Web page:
For a hash function that generates an n-bit message digest, the ideal preimage and 2nd preimage resistance on a single hash function invocation implies on the order of 2n operations to find a collision under a classical computing model. According to Grover's algorithm, finding a preimage collision on a single invocation of an ideal hash function is upper bound on O(2n/2) operations under a quantum computing model. In Lamport signatures, each bit of the public key and signature is based on short messages requiring only a single invocation to a hash function.
For each private key yi,j and its corresponding zi,j public key pair, the private key length must be selected so performing a preimage attack on the length of the input is not faster than performing a preimage attack on the length of the output. For example, in a degenerate case, if each private key yi,j element was only 16 bits in length, it is trivial to exhaustively search all 216 possible private key combinations in 216 operations to find a match with the output, irrespective of the message digest length. Therefore a balanced system design ensures both lengths are approximately equal.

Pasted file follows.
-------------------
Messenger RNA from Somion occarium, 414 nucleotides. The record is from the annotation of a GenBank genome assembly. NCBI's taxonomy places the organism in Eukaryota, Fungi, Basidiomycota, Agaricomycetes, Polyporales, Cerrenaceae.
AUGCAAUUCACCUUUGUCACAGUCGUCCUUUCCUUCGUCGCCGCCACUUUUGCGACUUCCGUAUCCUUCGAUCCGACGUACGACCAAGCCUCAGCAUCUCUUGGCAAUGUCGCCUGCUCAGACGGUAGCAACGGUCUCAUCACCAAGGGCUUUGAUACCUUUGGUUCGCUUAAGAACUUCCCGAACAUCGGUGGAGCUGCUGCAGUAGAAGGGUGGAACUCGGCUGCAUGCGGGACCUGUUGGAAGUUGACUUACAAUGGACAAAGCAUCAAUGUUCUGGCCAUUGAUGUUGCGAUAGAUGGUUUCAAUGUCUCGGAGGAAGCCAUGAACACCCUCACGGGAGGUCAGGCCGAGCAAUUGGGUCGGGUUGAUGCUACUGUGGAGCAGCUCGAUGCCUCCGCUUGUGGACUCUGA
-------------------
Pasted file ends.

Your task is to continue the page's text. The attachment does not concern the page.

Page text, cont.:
Based on Grover's algorithm, a quantum secure system, the length of the public key elements zi,j, the private key elements yi,j and the signature elements si,j must be no less than 2 times larger than the security rating of the system. That is:
However caution should be taken as the idealistic work estimates above assume an ideal (perfect) hash function and are limited to attacks that target only a single preimage at a time. It is known under a conventional computing model that if 23n/5 preimages are searched, the full cost per preimage decreases from 2n/2 to 22n/5. Selecting the optimum element size taking into account the collection of multiple message digests is an open problem. Selection of larger element sizes and stronger hash functions, such as 512-bit elements and SHA-512, ensures greater security margins to manage these unknowns.